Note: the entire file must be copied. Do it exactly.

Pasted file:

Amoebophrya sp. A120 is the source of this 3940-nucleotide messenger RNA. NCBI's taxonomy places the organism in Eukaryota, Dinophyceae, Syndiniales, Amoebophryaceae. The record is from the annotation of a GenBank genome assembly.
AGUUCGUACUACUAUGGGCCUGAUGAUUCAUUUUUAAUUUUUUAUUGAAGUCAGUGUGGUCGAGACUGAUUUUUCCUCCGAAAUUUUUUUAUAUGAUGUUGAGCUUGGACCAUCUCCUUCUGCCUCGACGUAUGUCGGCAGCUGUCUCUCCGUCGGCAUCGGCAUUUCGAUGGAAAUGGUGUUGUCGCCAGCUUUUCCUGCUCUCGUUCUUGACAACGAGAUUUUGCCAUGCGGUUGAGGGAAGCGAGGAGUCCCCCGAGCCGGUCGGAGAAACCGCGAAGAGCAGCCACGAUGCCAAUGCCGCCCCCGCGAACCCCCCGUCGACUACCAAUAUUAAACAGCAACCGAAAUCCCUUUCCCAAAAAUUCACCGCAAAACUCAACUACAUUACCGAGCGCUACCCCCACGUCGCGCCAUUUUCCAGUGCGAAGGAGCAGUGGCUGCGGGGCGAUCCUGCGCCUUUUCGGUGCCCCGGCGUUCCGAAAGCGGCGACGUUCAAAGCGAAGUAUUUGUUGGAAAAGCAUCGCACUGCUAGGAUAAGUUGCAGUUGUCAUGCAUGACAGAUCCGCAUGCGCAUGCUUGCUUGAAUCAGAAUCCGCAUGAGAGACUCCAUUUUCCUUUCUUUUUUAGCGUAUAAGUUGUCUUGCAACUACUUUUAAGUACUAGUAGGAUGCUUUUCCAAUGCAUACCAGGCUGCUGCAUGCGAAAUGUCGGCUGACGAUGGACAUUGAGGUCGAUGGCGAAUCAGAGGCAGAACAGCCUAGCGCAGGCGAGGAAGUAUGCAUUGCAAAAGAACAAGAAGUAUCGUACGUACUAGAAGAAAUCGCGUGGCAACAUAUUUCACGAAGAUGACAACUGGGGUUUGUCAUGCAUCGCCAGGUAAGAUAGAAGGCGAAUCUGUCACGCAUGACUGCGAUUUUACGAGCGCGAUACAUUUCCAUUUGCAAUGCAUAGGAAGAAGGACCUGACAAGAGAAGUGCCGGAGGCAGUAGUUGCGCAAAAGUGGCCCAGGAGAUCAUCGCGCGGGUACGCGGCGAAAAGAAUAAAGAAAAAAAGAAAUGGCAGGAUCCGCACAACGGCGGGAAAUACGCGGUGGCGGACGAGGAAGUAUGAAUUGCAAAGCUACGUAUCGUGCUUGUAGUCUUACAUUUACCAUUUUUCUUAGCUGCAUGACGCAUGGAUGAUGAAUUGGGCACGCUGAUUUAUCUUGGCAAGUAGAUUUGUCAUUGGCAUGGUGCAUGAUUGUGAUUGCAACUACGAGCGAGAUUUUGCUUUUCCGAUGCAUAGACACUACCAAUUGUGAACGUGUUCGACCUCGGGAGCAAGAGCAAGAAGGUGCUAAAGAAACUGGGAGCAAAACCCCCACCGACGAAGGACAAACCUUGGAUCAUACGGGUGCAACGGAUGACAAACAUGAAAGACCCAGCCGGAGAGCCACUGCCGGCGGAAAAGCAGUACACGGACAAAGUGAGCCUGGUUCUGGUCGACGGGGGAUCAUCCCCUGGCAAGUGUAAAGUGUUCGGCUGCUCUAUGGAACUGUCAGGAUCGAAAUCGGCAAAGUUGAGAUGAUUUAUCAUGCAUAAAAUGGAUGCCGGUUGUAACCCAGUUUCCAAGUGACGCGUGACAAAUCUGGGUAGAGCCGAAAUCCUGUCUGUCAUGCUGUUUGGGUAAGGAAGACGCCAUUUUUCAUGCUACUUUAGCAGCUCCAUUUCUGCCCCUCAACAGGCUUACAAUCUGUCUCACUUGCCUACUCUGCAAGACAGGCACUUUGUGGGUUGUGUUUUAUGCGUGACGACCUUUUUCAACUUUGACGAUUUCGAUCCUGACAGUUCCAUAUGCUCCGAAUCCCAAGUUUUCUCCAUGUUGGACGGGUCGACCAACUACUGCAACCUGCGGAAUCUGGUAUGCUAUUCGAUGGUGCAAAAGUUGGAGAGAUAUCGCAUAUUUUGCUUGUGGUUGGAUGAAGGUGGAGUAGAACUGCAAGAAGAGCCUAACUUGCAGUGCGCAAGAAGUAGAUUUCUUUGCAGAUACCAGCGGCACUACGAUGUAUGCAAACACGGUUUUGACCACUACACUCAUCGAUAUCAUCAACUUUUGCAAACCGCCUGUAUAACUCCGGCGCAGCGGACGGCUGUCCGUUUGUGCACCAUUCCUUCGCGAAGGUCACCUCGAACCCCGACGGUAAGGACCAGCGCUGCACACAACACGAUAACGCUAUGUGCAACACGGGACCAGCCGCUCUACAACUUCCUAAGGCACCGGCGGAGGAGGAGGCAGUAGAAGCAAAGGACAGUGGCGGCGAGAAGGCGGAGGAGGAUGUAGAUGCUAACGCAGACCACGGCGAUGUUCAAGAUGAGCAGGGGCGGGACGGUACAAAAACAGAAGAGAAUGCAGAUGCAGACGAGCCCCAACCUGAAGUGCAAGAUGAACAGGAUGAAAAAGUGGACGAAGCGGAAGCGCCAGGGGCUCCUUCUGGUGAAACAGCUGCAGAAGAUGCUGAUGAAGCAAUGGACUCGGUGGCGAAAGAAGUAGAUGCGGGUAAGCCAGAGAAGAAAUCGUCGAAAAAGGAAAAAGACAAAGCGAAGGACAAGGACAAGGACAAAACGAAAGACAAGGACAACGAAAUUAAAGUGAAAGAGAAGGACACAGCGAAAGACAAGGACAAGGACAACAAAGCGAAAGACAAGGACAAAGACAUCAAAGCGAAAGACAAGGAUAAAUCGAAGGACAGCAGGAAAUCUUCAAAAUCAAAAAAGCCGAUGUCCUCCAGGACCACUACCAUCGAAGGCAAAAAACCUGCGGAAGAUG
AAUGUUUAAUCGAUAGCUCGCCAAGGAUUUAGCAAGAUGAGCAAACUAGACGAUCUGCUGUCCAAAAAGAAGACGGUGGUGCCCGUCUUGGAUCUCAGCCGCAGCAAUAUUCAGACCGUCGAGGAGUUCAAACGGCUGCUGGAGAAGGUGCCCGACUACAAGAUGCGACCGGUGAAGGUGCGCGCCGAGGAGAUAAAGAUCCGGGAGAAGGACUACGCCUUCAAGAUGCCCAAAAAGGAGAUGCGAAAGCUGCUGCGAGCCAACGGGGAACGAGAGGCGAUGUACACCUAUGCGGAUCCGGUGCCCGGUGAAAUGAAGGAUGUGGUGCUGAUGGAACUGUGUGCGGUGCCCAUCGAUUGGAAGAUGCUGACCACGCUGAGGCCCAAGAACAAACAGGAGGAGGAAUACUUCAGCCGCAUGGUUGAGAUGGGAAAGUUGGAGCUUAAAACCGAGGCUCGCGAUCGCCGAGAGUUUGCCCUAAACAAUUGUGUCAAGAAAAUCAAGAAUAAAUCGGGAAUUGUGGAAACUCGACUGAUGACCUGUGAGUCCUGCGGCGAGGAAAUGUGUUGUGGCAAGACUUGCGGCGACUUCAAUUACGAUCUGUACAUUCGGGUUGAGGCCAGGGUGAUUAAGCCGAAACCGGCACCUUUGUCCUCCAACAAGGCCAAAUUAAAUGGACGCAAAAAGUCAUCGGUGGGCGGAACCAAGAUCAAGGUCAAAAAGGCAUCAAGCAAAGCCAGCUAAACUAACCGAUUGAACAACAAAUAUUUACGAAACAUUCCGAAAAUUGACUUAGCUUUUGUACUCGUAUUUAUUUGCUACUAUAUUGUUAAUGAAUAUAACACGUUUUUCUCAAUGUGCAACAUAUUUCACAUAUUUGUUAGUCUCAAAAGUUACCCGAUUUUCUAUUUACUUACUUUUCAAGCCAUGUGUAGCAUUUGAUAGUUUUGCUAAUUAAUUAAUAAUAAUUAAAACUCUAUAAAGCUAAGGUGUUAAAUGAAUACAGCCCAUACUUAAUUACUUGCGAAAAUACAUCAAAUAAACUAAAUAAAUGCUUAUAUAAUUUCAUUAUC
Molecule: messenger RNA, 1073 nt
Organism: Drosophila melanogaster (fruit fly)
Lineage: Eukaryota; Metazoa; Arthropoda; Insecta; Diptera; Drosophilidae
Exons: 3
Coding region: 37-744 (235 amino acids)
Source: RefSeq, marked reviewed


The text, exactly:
Amoebophrya sp. A120 is the source of this 3940-nucleotide messenger RNA. NCBI's taxonomy places the organism in Eukaryota, Dinophyceae, Syndiniales, Amoebophryaceae. The record is from the annotation of a GenBank genome assembly.
AGUUCGUACUACUAUGGGCCUGAUGAUUCAUUUUUAAUUUUUUAUUGAAGUCAGUGUGGUCGAGACUGAUUUUUCCUCCGAAAUUUUUUUAUAUGAUGUUGAGCUUGGACCAUCUCCUUCUGCCUCGACGUAUGUCGGCAGCUGUCUCUCCGUCGGCAUCGGCAUUUCGAUGGAAAUGGUGUUGUCGCCAGCUUUUCCUGCUCUCGUUCUUGACAACGAGAUUUUGCCAUGCGGUUGAGGGAAGCGAGGAGUCCCCCGAGCCGGUCGGAGAAACCGCGAAGAGCAGCCACGAUGCCAAUGCCGCCCCCGCGAACCCCCCGUCGACUACCAAUAUUAAACAGCAACCGAAAUCCCUUUCCCAAAAAUUCACCGCAAAACUCAACUACAUUACCGAGCGCUACCCCCACGUCGCGCCAUUUUCCAGUGCGAAGGAGCAGUGGCUGCGGGGCGAUCCUGCGCCUUUUCGGUGCCCCGGCGUUCCGAAAGCGGCGACGUUCAAAGCGAAGUAUUUGUUGGAAAAGCAUCGCACUGCUAGGAUAAGUUGCAGUUGUCAUGCAUGACAGAUCCGCAUGCGCAUGCUUGCUUGAAUCAGAAUCCGCAUGAGAGACUCCAUUUUCCUUUCUUUUUUAGCGUAUAAGUUGUCUUGCAACUACUUUUAAGUACUAGUAGGAUGCUUUUCCAAUGCAUACCAGGCUGCUGCAUGCGAAAUGUCGGCUGACGAUGGACAUUGAGGUCGAUGGCGAAUCAGAGGCAGAACAGCCUAGCGCAGGCGAGGAAGUAUGCAUUGCAAAAGAACAAGAAGUAUCGUACGUACUAGAAGAAAUCGCGUGGCAACAUAUUUCACGAAGAUGACAACUGGGGUUUGUCAUGCAUCGCCAGGUAAGAUAGAAGGCGAAUCUGUCACGCAUGACUGCGAUUUUACGAGCGCGAUACAUUUCCAUUUGCAAUGCAUAGGAAGAAGGACCUGACAAGAGAAGUGCCGGAGGCAGUAGUUGCGCAAAAGUGGCCCAGGAGAUCAUCGCGCGGGUACGCGGCGAAAAGAAUAAAGAAAAAAAGAAAUGGCAGGAUCCGCACAACGGCGGGAAAUACGCGGUGGCGGACGAGGAAGUAUGAAUUGCAAAGCUACGUAUCGUGCUUGUAGUCUUACAUUUACCAUUUUUCUUAGCUGCAUGACGCAUGGAUGAUGAAUUGGGCACGCUGAUUUAUCUUGGCAAGUAGAUUUGUCAUUGGCAUGGUGCAUGAUUGUGAUUGCAACUACGAGCGAGAUUUUGCUUUUCCGAUGCAUAGACACUACCAAUUGUGAACGUGUUCGACCUCGGGAGCAAGAGCAAGAAGGUGCUAAAGAAACUGGGAGCAAAACCCCCACCGACGAAGGACAAACCUUGGAUCAUACGGGUGCAACGGAUGACAAACAUGAAAGACCCAGCCGGAGAGCCACUGCCGGCGGAAAAGCAGUACACGGACAAAGUGAGCCUGGUUCUGGUCGACGGGGGAUCAUCCCCUGGCAAGUGUAAAGUGUUCGGCUGCUCUAUGGAACUGUCAGGAUCGAAAUCGGCAAAGUUGAGAUGAUUUAUCAUGCAUAAAAUGGAUGCCGGUUGUAACCCAGUUUCCAAGUGACGCGUGACAAAUCUGGGUAGAGCCGAAAUCCUGUCUGUCAUGCUGUUUGGGUAAGGAAGACGCCAUUUUUCAUGCUACUUUAGCAGCUCCAUUUCUGCCCCUCAACAGGCUUACAAUCUGUCUCACUUGCCUACUCUGCAAGACAGGCACUUUGUGGGUUGUGUUUUAUGCGUGACGACCUUUUUCAACUUUGACGAUUUCGAUCCUGACAGUUCCAUAUGCUCCGAAUCCCAAGUUUUCUCCAUGUUGGACGGGUCGACCAACUACUGCAACCUGCGGAAUCUGGUAUGCUAUUCGAUGGUGCAAAAGUUGGAGAGAUAUCGCAUAUUUUGCUUGUGGUUGGAUGAAGGUGGAGUAGAACUGCAAGAAGAGCCUAACUUGCAGUGCGCAAGAAGUAGAUUUCUUUGCAGAUACCAGCGGCACUACGAUGUAUGCAAACACGGUUUUGACCACUACACUCAUCGAUAUCAUCAACUUUUGCAAACCGCCUGUAUAACUCCGGCGCAGCGGACGGCUGUCCGUUUGUGCACCAUUCCUUCGCGAAGGUCACCUCGAACCCCGACGGUAAGGACCAGCGCUGCACACAACACGAUAACGCUAUGUGCAACACGGGACCAGCCGCUCUACAACUUCCUAAGGCACCGGCGGAGGAGGAGGCAGUAGAAGCAAAGGACAGUGGCGGCGAGAAGGCGGAGGAGGAUGUAGAUGCUAACGCAGACCACGGCGAUGUUCAAGAUGAGCAGGGGCGGGACGGUACAAAAACAGAAGAGAAUGCAGAUGCAGACGAGCCCCAACCUGAAGUGCAAGAUGAACAGGAUGAAAAAGUGGACGAAGCGGAAGCGCCAGGGGCUCCUUCUGGUGAAACAGCUGCAGAAGAUGCUGAUGAAGCAAUGGACUCGGUGGCGAAAGAAGUAGAUGCGGGUAAGCCAGAGAAGAAAUCGUCGAAAAAGGAAAAAGACAAAGCGAAGGACAAGGACAAGGACAAAACGAAAGACAAGGACAACGAAAUUAAAGUGAAAGAGAAGGACACAGCGAAAGACAAGGACAAGGACAACAAAGCGAAAGACAAGGACAAAGACAUCAAAGCGAAAGACAAGGAUAAAUCGAAGGACAGCAGGAAAUCUUCAAAAUCAAAAAAGCCGAUGUCCUCCAGGACCACUACCAUCGAAGGCAAAAAACCUGCGGAAGAUG
AAUGUUUAAUCGAUAGCUCGCCAAGGAUUUAGCAAGAUGAGCAAACUAGACGAUCUGCUGUCCAAAAAGAAGACGGUGGUGCCCGUCUUGGAUCUCAGCCGCAGCAAUAUUCAGACCGUCGAGGAGUUCAAACGGCUGCUGGAGAAGGUGCCCGACUACAAGAUGCGACCGGUGAAGGUGCGCGCCGAGGAGAUAAAGAUCCGGGAGAAGGACUACGCCUUCAAGAUGCCCAAAAAGGAGAUGCGAAAGCUGCUGCGAGCCAACGGGGAACGAGAGGCGAUGUACACCUAUGCGGAUCCGGUGCCCGGUGAAAUGAAGGAUGUGGUGCUGAUGGAACUGUGUGCGGUGCCCAUCGAUUGGAAGAUGCUGACCACGCUGAGGCCCAAGAACAAACAGGAGGAGGAAUACUUCAGCCGCAUGGUUGAGAUGGGAAAGUUGGAGCUUAAAACCGAGGCUCGCGAUCGCCGAGAGUUUGCCCUAAACAAUUGUGUCAAGAAAAUCAAGAAUAAAUCGGGAAUUGUGGAAACUCGACUGAUGACCUGUGAGUCCUGCGGCGAGGAAAUGUGUUGUGGCAAGACUUGCGGCGACUUCAAUUACGAUCUGUACAUUCGGGUUGAGGCCAGGGUGAUUAAGCCGAAACCGGCACCUUUGUCCUCCAACAAGGCCAAAUUAAAUGGACGCAAAAAGUCAUCGGUGGGCGGAACCAAGAUCAAGGUCAAAAAGGCAUCAAGCAAAGCCAGCUAAACUAACCGAUUGAACAACAAAUAUUUACGAAACAUUCCGAAAAUUGACUUAGCUUUUGUACUCGUAUUUAUUUGCUACUAUAUUGUUAAUGAAUAUAACACGUUUUUCUCAAUGUGCAACAUAUUUCACAUAUUUGUUAGUCUCAAAAGUUACCCGAUUUUCUAUUUACUUACUUUUCAAGCCAUGUGUAGCAUUUGAUAGUUUUGCUAAUUAAUUAAUAAUAAUUAAAACUCUAUAAAGCUAAGGUGUUAAAUGAAUACAGCCCAUACUUAAUUACUUGCGAAAAUACAUCAAAUAAACUAAAUAAAUGCUUAUAUAAUUUCAUUAUC
Molecule: messenger RNA, 1073 nt
Organism: Drosophila melanogaster (fruit fly)
Lineage: Eukaryota; Metazoa; Arthropoda; Insecta; Diptera; Drosophilidae
Exons: 3
Coding region: 37-744 (235 amino acids)
Source: RefSeq, marked reviewed